Old Bergen

Chapter XVIII.

Daniel Van Winkle

Published 1902

Web version, edited by GET NJ
Copyright 2002

BERGEN BECOMES AGAIN A DUTCH DEPENDENCY.
ANTHONY COLVE, captain of one of the vessels composing the Dutch squadron, was invested with the chief authority, and changed the name New York to New Orange; and a demand to surrender was sent to "the Village of Bergen, and the Hamlets and Boueries thereon depending," as follows:

You are hereby ordered and instructed, to despatch delegates from your village here to us, to treat with us on next Tuesday, respecting the surrender of your town, to the obedience of their High Mi;htinesses, the Lords States General, of the United Netherlands, his Serene Highness, the Prince of Orange, or on refusal to do so, we shall be obliged to constrain you thereto by force of arms.
The inhabitants of Bergen seem to have been no whit disturbed by this summons. Whether actuated by a loyalty to the old government, or restrained by the fear of losing their possessions, they surrendered without any attempt at resistance, and sent in the names of certain citizens, from which list a choice of magistrates could be made. The following were appointed on August 18, 1673, and required to take the oath of allegiance : On the 21st of August they took the following oath:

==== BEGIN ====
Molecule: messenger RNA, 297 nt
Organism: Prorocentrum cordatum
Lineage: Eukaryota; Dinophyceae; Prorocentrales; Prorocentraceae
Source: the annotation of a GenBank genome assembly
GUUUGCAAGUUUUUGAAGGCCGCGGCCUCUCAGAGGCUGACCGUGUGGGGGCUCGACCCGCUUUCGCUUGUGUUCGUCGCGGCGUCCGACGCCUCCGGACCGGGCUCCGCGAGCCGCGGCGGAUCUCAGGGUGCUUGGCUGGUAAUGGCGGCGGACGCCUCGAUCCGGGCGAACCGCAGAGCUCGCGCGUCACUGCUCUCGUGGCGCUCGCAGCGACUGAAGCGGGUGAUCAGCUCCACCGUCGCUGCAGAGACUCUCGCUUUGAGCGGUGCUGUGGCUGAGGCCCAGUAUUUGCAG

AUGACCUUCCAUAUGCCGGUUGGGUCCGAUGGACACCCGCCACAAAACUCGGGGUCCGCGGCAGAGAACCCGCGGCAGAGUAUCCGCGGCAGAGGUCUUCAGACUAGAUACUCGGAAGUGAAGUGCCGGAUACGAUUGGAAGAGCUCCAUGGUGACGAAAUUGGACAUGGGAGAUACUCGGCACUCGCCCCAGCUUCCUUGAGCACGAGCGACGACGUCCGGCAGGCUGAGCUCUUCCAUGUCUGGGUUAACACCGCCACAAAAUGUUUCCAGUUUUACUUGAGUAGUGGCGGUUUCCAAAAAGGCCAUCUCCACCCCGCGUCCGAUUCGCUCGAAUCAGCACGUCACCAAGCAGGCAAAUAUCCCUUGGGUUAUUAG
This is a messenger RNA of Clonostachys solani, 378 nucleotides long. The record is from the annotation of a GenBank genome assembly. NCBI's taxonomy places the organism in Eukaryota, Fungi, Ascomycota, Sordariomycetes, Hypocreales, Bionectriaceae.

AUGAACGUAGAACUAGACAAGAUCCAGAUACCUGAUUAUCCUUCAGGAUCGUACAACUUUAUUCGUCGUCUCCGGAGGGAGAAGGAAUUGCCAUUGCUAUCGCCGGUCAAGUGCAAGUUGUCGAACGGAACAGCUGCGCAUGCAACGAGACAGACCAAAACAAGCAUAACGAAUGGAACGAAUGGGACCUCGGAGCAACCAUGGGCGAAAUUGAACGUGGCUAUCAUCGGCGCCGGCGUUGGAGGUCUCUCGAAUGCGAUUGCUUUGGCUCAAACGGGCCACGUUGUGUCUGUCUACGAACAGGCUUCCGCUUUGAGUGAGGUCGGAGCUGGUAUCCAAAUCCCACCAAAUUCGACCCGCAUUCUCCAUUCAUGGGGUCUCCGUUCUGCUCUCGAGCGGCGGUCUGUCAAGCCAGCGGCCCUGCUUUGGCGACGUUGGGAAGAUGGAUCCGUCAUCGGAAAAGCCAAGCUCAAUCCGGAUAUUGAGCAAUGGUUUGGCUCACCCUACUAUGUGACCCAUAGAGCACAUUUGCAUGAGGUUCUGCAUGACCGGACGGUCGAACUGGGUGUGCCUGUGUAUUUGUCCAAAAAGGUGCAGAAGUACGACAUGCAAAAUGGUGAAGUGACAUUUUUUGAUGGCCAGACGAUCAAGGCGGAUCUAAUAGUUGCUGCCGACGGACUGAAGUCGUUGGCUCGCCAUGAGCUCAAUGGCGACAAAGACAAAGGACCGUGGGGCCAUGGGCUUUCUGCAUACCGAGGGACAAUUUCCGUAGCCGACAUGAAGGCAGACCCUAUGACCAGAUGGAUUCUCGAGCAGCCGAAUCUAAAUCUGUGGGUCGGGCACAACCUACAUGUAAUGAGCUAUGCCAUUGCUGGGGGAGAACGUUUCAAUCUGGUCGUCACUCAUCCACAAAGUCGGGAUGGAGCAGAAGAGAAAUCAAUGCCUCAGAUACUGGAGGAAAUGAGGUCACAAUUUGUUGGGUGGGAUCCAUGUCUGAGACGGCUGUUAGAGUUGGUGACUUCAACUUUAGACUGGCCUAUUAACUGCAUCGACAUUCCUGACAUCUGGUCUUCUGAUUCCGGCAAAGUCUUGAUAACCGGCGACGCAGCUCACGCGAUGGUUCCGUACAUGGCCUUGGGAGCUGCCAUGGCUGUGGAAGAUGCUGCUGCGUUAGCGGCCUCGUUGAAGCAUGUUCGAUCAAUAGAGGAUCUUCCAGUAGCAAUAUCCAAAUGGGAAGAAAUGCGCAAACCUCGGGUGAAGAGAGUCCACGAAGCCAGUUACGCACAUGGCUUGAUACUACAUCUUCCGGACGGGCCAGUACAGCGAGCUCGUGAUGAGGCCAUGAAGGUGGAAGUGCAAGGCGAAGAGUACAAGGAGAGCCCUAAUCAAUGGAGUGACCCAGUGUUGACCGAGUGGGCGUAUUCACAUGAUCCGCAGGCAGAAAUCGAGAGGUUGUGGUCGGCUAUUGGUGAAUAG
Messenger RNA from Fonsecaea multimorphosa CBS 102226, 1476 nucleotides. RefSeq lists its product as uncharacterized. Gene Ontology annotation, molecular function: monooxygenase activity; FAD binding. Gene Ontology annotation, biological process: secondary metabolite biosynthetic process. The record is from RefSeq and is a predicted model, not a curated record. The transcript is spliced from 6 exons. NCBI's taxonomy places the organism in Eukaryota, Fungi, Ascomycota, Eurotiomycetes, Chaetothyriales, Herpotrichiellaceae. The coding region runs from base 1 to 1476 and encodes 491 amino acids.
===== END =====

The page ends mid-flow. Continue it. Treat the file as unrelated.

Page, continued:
Whereas we are chosen by the authority of the High and Mighty Lords, the States General, to be Magistrates of the Town of Bergen, we do swear in the presence of Almighty God, to be true and faithful to the said authority, and their Governors for the time being, and that we equally and impartially shall exercise justice between party and parties, without respect to persons or nations, and that we shall follow such further orders and instructions as we from time to time shall receive from the Governor and Council, etc.
They were thereupon notified that the Commander would visit their town on Sunday, after the sermon, in order to administer the oath to all their people. Pursuant to this notice the Commander and Council proceeded to Bergen, when the burghers of that town and dependencies were found to be seventy-eight in number, sixty-nine of whom appeared at drum beat, and took the oath of allegiance. The magistrates were ordered to forward the oaths of those who were absent. On the 25th of August the authorities of Bergen were notified of the necessity of fortifying New Amsterdam, and that each community should contribute thereto according to its means. They promised such aid and support, and proceeded to organize a militia company, to prepare for such defence if needed. September 4, 1673, Caspar Stynmets was elected captain, Hans Diedrick lieutenant, and Adrien Post ensign. The threatening aspect still continuing, on March 22, 1674, the authorities at New Orange ordered each of the Dutch towns within its jurisdiction to commission a militia officer and magistrate to meet at the City Hall, to confer on the state of the country; and it was then determined, in case of an enemy's approach, to send boats to Bergen to convey the people to the city.

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